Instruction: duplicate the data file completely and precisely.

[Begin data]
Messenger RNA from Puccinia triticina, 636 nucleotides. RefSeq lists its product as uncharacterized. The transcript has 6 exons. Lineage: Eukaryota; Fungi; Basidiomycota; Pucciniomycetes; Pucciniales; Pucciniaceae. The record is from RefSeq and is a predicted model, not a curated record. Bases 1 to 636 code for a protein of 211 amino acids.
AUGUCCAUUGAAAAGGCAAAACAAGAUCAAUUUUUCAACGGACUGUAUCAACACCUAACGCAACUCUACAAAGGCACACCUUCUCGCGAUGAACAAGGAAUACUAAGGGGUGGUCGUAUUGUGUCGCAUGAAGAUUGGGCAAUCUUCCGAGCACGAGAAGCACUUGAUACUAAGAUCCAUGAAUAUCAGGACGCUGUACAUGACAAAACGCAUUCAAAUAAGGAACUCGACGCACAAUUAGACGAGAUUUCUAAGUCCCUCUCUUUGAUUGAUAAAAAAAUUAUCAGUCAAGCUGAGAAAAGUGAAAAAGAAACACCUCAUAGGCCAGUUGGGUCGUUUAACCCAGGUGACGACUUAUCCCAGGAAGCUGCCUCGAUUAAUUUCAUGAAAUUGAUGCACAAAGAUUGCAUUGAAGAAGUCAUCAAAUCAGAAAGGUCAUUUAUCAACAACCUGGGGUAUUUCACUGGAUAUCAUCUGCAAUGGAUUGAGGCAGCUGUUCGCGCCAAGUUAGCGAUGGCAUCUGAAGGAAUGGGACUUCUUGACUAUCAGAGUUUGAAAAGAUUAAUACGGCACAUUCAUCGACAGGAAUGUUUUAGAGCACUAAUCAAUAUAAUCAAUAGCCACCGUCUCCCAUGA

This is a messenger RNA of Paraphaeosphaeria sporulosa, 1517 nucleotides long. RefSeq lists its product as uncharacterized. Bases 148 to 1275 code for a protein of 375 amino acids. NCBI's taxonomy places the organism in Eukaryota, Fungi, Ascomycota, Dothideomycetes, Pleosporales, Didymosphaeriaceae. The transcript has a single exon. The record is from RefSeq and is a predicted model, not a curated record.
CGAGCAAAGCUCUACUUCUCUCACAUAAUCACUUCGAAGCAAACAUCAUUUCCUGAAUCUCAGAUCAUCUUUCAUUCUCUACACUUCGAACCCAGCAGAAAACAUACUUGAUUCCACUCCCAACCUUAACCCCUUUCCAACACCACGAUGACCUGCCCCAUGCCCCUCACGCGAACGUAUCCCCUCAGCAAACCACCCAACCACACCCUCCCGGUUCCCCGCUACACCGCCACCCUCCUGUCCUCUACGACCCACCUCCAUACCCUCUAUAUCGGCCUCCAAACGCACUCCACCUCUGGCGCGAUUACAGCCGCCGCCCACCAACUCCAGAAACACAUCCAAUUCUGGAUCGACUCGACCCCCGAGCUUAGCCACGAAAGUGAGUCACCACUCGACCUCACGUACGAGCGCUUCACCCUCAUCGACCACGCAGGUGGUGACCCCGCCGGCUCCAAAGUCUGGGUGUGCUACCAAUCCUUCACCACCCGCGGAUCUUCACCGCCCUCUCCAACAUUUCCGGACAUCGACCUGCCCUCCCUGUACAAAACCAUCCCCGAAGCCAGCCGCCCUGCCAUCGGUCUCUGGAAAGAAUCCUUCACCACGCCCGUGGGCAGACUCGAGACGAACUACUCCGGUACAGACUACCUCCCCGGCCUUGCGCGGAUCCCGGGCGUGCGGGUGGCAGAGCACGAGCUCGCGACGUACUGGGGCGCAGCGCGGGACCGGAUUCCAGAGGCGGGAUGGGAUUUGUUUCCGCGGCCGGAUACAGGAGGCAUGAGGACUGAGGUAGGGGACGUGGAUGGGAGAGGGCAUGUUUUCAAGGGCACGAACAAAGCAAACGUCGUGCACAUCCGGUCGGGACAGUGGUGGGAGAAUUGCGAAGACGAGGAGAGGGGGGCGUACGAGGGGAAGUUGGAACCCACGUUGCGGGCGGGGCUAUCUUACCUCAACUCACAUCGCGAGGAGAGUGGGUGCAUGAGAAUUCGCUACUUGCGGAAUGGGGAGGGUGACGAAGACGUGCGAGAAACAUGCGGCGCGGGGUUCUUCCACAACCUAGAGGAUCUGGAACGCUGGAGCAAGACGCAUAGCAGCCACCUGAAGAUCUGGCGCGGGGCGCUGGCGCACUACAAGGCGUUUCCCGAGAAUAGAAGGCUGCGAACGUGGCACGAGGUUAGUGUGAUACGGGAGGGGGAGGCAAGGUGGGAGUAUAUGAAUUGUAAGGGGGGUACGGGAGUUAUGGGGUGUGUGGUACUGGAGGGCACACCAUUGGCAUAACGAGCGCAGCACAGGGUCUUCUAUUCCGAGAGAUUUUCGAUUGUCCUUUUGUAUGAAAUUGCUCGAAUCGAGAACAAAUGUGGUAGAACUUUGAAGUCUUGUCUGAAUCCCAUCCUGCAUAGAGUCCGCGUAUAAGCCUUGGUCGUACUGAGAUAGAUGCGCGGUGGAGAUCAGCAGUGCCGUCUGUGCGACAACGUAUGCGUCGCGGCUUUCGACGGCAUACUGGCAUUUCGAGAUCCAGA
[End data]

Messenger RNA from Puccinia triticina, 636 nucleotides. RefSeq lists its product as uncharacterized. The transcript has 6 exons. Lineage: Eukaryota; Fungi; Basidiomycota; Pucciniomycetes; Pucciniales; Pucciniaceae. The record is from RefSeq and is a predicted model, not a curated record. Bases 1 to 636 code for a protein of 211 amino acids.
AUGUCCAUUGAAAAGGCAAAACAAGAUCAAUUUUUCAACGGACUGUAUCAACACCUAACGCAACUCUACAAAGGCACACCUUCUCGCGAUGAACAAGGAAUACUAAGGGGUGGUCGUAUUGUGUCGCAUGAAGAUUGGGCAAUCUUCCGAGCACGAGAAGCACUUGAUACUAAGAUCCAUGAAUAUCAGGACGCUGUACAUGACAAAACGCAUUCAAAUAAGGAACUCGACGCACAAUUAGACGAGAUUUCUAAGUCCCUCUCUUUGAUUGAUAAAAAAAUUAUCAGUCAAGCUGAGAAAAGUGAAAAAGAAACACCUCAUAGGCCAGUUGGGUCGUUUAACCCAGGUGACGACUUAUCCCAGGAAGCUGCCUCGAUUAAUUUCAUGAAAUUGAUGCACAAAGAUUGCAUUGAAGAAGUCAUCAAAUCAGAAAGGUCAUUUAUCAACAACCUGGGGUAUUUCACUGGAUAUCAUCUGCAAUGGAUUGAGGCAGCUGUUCGCGCCAAGUUAGCGAUGGCAUCUGAAGGAAUGGGACUUCUUGACUAUCAGAGUUUGAAAAGAUUAAUACGGCACAUUCAUCGACAGGAAUGUUUUAGAGCACUAAUCAAUAUAAUCAAUAGCCACCGUCUCCCAUGA

This is a messenger RNA of Paraphaeosphaeria sporulosa, 1517 nucleotides long. RefSeq lists its product as uncharacterized. Bases 148 to 1275 code for a protein of 375 amino acids. NCBI's taxonomy places the organism in Eukaryota, Fungi, Ascomycota, Dothideomycetes, Pleosporales, Didymosphaeriaceae. The transcript has a single exon. The record is from RefSeq and is a predicted model, not a curated record.
CGAGCAAAGCUCUACUUCUCUCACAUAAUCACUUCGAAGCAAACAUCAUUUCCUGAAUCUCAGAUCAUCUUUCAUUCUCUACACUUCGAACCCAGCAGAAAACAUACUUGAUUCCACUCCCAACCUUAACCCCUUUCCAACACCACGAUGACCUGCCCCAUGCCCCUCACGCGAACGUAUCCCCUCAGCAAACCACCCAACCACACCCUCCCGGUUCCCCGCUACACCGCCACCCUCCUGUCCUCUACGACCCACCUCCAUACCCUCUAUAUCGGCCUCCAAACGCACUCCACCUCUGGCGCGAUUACAGCCGCCGCCCACCAACUCCAGAAACACAUCCAAUUCUGGAUCGACUCGACCCCCGAGCUUAGCCACGAAAGUGAGUCACCACUCGACCUCACGUACGAGCGCUUCACCCUCAUCGACCACGCAGGUGGUGACCCCGCCGGCUCCAAAGUCUGGGUGUGCUACCAAUCCUUCACCACCCGCGGAUCUUCACCGCCCUCUCCAACAUUUCCGGACAUCGACCUGCCCUCCCUGUACAAAACCAUCCCCGAAGCCAGCCGCCCUGCCAUCGGUCUCUGGAAAGAAUCCUUCACCACGCCCGUGGGCAGACUCGAGACGAACUACUCCGGUACAGACUACCUCCCCGGCCUUGCGCGGAUCCCGGGCGUGCGGGUGGCAGAGCACGAGCUCGCGACGUACUGGGGCGCAGCGCGGGACCGGAUUCCAGAGGCGGGAUGGGAUUUGUUUCCGCGGCCGGAUACAGGAGGCAUGAGGACUGAGGUAGGGGACGUGGAUGGGAGAGGGCAUGUUUUCAAGGGCACGAACAAAGCAAACGUCGUGCACAUCCGGUCGGGACAGUGGUGGGAGAAUUGCGAAGACGAGGAGAGGGGGGCGUACGAGGGGAAGUUGGAACCCACGUUGCGGGCGGGGCUAUCUUACCUCAACUCACAUCGCGAGGAGAGUGGGUGCAUGAGAAUUCGCUACUUGCGGAAUGGGGAGGGUGACGAAGACGUGCGAGAAACAUGCGGCGCGGGGUUCUUCCACAACCUAGAGGAUCUGGAACGCUGGAGCAAGACGCAUAGCAGCCACCUGAAGAUCUGGCGCGGGGCGCUGGCGCACUACAAGGCGUUUCCCGAGAAUAGAAGGCUGCGAACGUGGCACGAGGUUAGUGUGAUACGGGAGGGGGAGGCAAGGUGGGAGUAUAUGAAUUGUAAGGGGGGUACGGGAGUUAUGGGGUGUGUGGUACUGGAGGGCACACCAUUGGCAUAACGAGCGCAGCACAGGGUCUUCUAUUCCGAGAGAUUUUCGAUUGUCCUUUUGUAUGAAAUUGCUCGAAUCGAGAACAAAUGUGGUAGAACUUUGAAGUCUUGUCUGAAUCCCAUCCUGCAUAGAGUCCGCGUAUAAGCCUUGGUCGUACUGAGAUAGAUGCGCGGUGGAGAUCAGCAGUGCCGUCUGUGCGACAACGUAUGCGUCGCGGCUUUCGACGGCAUACUGGCAUUUCGAGAUCCAGA